Planning, Action, Evaluation, Replanning
Action research is a methodology where information is collected through both professional and personal experience and through reading literature that informs insights upon which a plan of action is developed and put into practice.
There is a continual cycle of reflecting upon the plan and its implementation, so that action is always taken to adapt according to service user/client experience and your own professional experience. Action research develops an audit and quality assurance of practice. It ensures service user feedback and involvement to co-design an inclusive and responsive art therapy service.
Action research incorporates triangulation and a review of multiple kinds of literature sources (and knowledge sources such as reports, conferences, webinars, and interview questions with experts). You are comparing information for themes and relationships that relate to best practice.
A Living Knowledge, Participatory Knowledge
The quotation below is from Action Research by V. Koshy.
- Action research is participative and collaborative; it is undertaken by individuals with a common purpose.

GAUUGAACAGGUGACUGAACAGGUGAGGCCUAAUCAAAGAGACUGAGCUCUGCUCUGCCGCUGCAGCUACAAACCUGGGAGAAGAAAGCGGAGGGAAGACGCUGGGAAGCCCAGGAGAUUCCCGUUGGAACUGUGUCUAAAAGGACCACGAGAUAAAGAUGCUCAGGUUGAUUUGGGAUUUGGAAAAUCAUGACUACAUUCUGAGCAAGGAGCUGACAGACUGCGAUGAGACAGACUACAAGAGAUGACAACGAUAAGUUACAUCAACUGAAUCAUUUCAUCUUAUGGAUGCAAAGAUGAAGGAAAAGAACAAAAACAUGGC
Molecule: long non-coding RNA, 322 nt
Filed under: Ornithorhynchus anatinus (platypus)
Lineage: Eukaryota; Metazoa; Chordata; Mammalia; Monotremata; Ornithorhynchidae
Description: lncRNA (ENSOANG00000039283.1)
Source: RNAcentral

- It is situation-based and context specific.
- It develops reflection based on interpretations made by the participants.
- Knowledge is created through action and at the point of application.
- Action research can involve problem solving, if the solution to the problem leads to the improvement of practice.
- In action research findings will emerge as action develops, but these are not conclusive or absolute.
Koshy, V. (2005) Action Research for Improving Educational Practice: A Practical Guide. London: Sage.
The quotation below is from Action Research by Waterman, et al.
“Action research is a period of inquiry, which describes, interprets and explains social situations while executing a change of intervention aimed at improvement and involvement. It is problem-focused, context specific and future-orientated. Action research is a group activity with an explicit value basis and is founded on a partnership between action researchers and par- ticipants, all of whom are involved in the change process. The participatory process is educative and empowering, involving a dynamic approach in which problem-identification, planning, action and evaluation are inter- linked. Knowledge may be advanced through reflection and research, and qualitative and quantitative research methods may be employed to collect data. Different types of knowledge may be produced by action research, including practical and propositional. Theory may be generated and refined and its general application explored through cycles of the action research process.”
Waterman, H., Tillen, D., Dickson, R. and de Koning, K. (2001) ‘Action research: a systematic review and assessment for guidance’, Health Technology Assessment, 5 (23).
Action research is participatory and involves joint decision making and the creation of living knowledge.